Monday, November 19, 2012

"Irony is the most self-defensive mode, as it allows a person to dodge responsibility for his or her choices, aesthetic and otherwise."

"How to Live Without Irony":
Look around your living space. Do you surround yourself with things you really like or things you like only because they are absurd? Listen to your own speech. Ask yourself: Do I communicate primarily through inside jokes and pop culture references? What percentage of my speech is meaningful? How much hyperbolic language do I use? Do I feign indifference? Look at your clothes. What parts of your wardrobe could be described as costume-like, derivative or reminiscent of some specific style archetype (the secretary, the hobo, the flapper, yourself as a child)? In other words, do your clothes refer to something else or only to themselves? Do you attempt to look intentionally nerdy, awkward or ugly? In other words, is your style an anti-style? The most important question: How would it feel to change yourself quietly, offline, without public display, from within?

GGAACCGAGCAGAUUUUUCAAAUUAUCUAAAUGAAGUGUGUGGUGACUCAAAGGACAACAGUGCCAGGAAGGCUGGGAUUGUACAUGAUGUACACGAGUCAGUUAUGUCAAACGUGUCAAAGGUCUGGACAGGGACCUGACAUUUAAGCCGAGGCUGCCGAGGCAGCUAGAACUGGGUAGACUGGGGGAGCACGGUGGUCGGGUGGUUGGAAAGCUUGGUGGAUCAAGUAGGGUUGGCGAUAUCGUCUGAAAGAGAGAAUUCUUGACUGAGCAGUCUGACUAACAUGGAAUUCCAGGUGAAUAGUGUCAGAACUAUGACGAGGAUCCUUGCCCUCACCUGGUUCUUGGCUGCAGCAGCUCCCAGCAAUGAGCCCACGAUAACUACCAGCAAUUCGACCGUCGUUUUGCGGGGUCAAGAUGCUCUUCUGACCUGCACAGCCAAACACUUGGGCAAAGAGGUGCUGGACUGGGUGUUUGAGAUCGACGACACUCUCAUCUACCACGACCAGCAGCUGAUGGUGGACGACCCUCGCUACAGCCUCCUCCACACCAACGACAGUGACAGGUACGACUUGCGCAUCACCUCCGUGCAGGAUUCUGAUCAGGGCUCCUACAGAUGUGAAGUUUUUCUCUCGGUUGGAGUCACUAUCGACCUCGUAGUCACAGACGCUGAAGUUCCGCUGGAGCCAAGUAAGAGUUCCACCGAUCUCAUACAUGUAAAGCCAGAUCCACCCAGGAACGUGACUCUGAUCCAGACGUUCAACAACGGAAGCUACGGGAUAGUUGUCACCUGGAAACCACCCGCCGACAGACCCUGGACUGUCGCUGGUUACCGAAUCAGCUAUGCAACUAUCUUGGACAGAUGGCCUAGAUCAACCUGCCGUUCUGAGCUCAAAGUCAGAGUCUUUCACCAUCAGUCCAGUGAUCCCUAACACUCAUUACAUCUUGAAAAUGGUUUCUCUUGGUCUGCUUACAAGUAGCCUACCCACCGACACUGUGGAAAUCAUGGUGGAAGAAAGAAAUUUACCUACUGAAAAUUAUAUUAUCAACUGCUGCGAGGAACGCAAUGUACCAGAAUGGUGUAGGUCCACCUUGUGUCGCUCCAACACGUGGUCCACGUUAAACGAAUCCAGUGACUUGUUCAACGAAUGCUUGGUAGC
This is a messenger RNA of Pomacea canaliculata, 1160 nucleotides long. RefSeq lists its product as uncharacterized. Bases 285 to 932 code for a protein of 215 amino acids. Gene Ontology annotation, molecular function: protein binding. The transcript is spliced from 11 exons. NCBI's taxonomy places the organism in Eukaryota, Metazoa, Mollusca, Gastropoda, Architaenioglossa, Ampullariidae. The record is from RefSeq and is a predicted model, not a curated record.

Read the whole thing.

1 comment:

  1. Anonymous4:45 PM

    Jed Purdy's book, "For Common Things" speaks to this issue. The smart set critiqued it because he wrote it when he was young and that group is much smarter than any young person could possibly be, but for the reader interested in the topic, it's a good book.

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